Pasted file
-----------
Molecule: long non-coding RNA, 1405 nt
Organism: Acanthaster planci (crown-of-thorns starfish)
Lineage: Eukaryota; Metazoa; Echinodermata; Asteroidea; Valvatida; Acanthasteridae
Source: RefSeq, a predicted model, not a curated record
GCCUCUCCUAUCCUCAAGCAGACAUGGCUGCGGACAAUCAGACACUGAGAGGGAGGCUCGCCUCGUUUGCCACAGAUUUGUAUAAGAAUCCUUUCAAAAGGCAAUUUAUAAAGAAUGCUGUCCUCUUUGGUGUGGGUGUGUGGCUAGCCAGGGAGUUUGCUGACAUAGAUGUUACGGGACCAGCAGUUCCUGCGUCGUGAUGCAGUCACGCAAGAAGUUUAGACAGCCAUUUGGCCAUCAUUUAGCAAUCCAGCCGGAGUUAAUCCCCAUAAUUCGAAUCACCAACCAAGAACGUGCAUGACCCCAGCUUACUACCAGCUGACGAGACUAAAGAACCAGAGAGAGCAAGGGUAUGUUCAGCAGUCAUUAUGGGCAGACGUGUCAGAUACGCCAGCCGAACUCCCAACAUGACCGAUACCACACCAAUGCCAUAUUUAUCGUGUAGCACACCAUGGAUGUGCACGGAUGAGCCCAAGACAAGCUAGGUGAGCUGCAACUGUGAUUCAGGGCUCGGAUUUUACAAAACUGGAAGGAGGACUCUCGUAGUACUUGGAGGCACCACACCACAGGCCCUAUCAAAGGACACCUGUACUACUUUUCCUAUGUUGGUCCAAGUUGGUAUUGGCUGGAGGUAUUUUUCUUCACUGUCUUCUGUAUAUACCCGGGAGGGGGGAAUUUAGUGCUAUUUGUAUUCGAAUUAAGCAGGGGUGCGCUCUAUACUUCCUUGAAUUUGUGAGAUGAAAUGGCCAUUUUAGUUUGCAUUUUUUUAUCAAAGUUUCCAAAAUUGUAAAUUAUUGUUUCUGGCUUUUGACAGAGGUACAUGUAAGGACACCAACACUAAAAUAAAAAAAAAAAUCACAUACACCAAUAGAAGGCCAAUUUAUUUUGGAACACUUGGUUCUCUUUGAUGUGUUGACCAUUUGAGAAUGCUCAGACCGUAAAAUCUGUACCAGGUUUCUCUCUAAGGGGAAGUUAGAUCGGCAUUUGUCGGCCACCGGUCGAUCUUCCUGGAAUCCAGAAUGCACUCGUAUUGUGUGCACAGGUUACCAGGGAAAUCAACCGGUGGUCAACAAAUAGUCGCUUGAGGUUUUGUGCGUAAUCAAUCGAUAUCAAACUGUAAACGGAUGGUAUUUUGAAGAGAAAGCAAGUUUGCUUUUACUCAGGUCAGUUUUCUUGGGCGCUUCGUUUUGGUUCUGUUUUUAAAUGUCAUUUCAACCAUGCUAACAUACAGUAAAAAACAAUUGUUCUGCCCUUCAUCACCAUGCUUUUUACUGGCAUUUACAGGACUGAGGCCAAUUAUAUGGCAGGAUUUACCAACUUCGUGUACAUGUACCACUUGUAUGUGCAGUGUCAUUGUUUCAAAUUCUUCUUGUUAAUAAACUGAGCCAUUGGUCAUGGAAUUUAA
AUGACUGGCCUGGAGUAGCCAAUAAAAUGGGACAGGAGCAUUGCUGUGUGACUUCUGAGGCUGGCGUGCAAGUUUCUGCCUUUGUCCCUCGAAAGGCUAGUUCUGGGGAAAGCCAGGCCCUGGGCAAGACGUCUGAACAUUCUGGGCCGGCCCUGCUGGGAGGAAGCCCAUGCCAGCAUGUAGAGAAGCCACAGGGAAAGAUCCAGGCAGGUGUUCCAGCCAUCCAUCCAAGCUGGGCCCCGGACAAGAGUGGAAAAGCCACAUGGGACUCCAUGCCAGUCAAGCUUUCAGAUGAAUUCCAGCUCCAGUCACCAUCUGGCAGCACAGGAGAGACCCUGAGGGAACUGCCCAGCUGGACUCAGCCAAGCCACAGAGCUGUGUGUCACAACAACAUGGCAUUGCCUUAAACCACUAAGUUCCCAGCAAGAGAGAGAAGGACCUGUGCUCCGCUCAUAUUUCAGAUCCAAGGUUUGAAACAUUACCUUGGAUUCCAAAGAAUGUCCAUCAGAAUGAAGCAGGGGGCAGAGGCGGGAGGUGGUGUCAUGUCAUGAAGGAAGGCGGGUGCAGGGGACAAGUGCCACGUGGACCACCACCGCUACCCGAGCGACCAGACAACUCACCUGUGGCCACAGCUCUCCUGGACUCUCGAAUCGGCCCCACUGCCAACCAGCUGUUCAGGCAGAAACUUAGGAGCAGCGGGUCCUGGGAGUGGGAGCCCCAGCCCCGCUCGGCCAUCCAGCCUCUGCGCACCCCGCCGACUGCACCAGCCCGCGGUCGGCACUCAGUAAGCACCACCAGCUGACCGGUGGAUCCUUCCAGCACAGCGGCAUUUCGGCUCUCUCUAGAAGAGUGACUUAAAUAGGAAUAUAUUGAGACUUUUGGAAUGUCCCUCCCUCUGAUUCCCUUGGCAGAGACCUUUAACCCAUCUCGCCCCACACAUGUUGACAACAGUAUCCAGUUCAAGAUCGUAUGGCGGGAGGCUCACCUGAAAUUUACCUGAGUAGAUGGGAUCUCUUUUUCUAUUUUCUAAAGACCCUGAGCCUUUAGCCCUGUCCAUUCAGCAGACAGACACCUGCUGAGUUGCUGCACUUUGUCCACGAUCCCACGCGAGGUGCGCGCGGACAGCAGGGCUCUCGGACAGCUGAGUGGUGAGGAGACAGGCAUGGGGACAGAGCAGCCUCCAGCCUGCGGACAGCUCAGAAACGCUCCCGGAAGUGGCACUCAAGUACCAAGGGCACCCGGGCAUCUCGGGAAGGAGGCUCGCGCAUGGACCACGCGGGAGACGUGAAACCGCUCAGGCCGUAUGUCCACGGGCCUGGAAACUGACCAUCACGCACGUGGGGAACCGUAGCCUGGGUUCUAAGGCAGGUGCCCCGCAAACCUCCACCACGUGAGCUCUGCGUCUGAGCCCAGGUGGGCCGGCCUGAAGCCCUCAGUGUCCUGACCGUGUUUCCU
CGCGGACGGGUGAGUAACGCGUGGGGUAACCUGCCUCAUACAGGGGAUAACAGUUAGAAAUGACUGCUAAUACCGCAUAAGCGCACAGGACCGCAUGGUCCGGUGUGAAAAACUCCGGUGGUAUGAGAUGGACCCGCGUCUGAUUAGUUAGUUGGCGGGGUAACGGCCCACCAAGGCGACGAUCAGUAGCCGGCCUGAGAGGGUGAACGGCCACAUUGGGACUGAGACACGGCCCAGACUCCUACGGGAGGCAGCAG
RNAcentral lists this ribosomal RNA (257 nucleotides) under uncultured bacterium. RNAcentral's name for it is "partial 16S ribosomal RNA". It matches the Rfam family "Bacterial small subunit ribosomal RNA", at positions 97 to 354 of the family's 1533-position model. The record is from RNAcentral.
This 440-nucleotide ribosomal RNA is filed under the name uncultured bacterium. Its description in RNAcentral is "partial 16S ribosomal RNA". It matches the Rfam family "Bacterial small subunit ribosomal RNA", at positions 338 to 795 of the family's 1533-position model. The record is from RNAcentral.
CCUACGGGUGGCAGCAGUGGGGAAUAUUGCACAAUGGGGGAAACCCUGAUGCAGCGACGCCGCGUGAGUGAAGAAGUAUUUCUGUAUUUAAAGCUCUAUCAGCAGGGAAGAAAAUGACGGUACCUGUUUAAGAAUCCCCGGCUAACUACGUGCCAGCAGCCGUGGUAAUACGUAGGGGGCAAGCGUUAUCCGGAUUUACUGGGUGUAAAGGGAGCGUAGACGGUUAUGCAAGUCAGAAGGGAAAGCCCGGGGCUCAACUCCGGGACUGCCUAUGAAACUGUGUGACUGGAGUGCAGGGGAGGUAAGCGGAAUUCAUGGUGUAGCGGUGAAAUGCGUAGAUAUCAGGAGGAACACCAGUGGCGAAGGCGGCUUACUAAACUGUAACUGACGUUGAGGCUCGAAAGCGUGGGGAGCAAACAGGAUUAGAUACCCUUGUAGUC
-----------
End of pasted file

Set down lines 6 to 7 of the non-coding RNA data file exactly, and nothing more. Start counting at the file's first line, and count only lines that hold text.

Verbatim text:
AUGACUGGCCUGGAGUAGCCAAUAAAAUGGGACAGGAGCAUUGCUGUGUGACUUCUGAGGCUGGCGUGCAAGUUUCUGCCUUUGUCCCUCGAAAGGCUAGUUCUGGGGAAAGCCAGGCCCUGGGCAAGACGUCUGAACAUUCUGGGCCGGCCCUGCUGGGAGGAAGCCCAUGCCAGCAUGUAGAGAAGCCACAGGGAAAGAUCCAGGCAGGUGUUCCAGCCAUCCAUCCAAGCUGGGCCCCGGACAAGAGUGGAAAAGCCACAUGGGACUCCAUGCCAGUCAAGCUUUCAGAUGAAUUCCAGCUCCAGUCACCAUCUGGCAGCACAGGAGAGACCCUGAGGGAACUGCCCAGCUGGACUCAGCCAAGCCACAGAGCUGUGUGUCACAACAACAUGGCAUUGCCUUAAACCACUAAGUUCCCAGCAAGAGAGAGAAGGACCUGUGCUCCGCUCAUAUUUCAGAUCCAAGGUUUGAAACAUUACCUUGGAUUCCAAAGAAUGUCCAUCAGAAUGAAGCAGGGGGCAGAGGCGGGAGGUGGUGUCAUGUCAUGAAGGAAGGCGGGUGCAGGGGACAAGUGCCACGUGGACCACCACCGCUACCCGAGCGACCAGACAACUCACCUGUGGCCACAGCUCUCCUGGACUCUCGAAUCGGCCCCACUGCCAACCAGCUGUUCAGGCAGAAACUUAGGAGCAGCGGGUCCUGGGAGUGGGAGCCCCAGCCCCGCUCGGCCAUCCAGCCUCUGCGCACCCCGCCGACUGCACCAGCCCGCGGUCGGCACUCAGUAAGCACCACCAGCUGACCGGUGGAUCCUUCCAGCACAGCGGCAUUUCGGCUCUCUCUAGAAGAGUGACUUAAAUAGGAAUAUAUUGAGACUUUUGGAAUGUCCCUCCCUCUGAUUCCCUUGGCAGAGACCUUUAACCCAUCUCGCCCCACACAUGUUGACAACAGUAUCCAGUUCAAGAUCGUAUGGCGGGAGGCUCACCUGAAAUUUACCUGAGUAGAUGGGAUCUCUUUUUCUAUUUUCUAAAGACCCUGAGCCUUUAGCCCUGUCCAUUCAGCAGACAGACACCUGCUGAGUUGCUGCACUUUGUCCACGAUCCCACGCGAGGUGCGCGCGGACAGCAGGGCUCUCGGACAGCUGAGUGGUGAGGAGACAGGCAUGGGGACAGAGCAGCCUCCAGCCUGCGGACAGCUCAGAAACGCUCCCGGAAGUGGCACUCAAGUACCAAGGGCACCCGGGCAUCUCGGGAAGGAGGCUCGCGCAUGGACCACGCGGGAGACGUGAAACCGCUCAGGCCGUAUGUCCACGGGCCUGGAAACUGACCAUCACGCACGUGGGGAACCGUAGCCUGGGUUCUAAGGCAGGUGCCCCGCAAACCUCCACCACGUGAGCUCUGCGUCUGAGCCCAGGUGGGCCGGCCUGAAGCCCUCAGUGUCCUGACCGUGUUUCCU
CGCGGACGGGUGAGUAACGCGUGGGGUAACCUGCCUCAUACAGGGGAUAACAGUUAGAAAUGACUGCUAAUACCGCAUAAGCGCACAGGACCGCAUGGUCCGGUGUGAAAAACUCCGGUGGUAUGAGAUGGACCCGCGUCUGAUUAGUUAGUUGGCGGGGUAACGGCCCACCAAGGCGACGAUCAGUAGCCGGCCUGAGAGGGUGAACGGCCACAUUGGGACUGAGACACGGCCCAGACUCCUACGGGAGGCAGCAG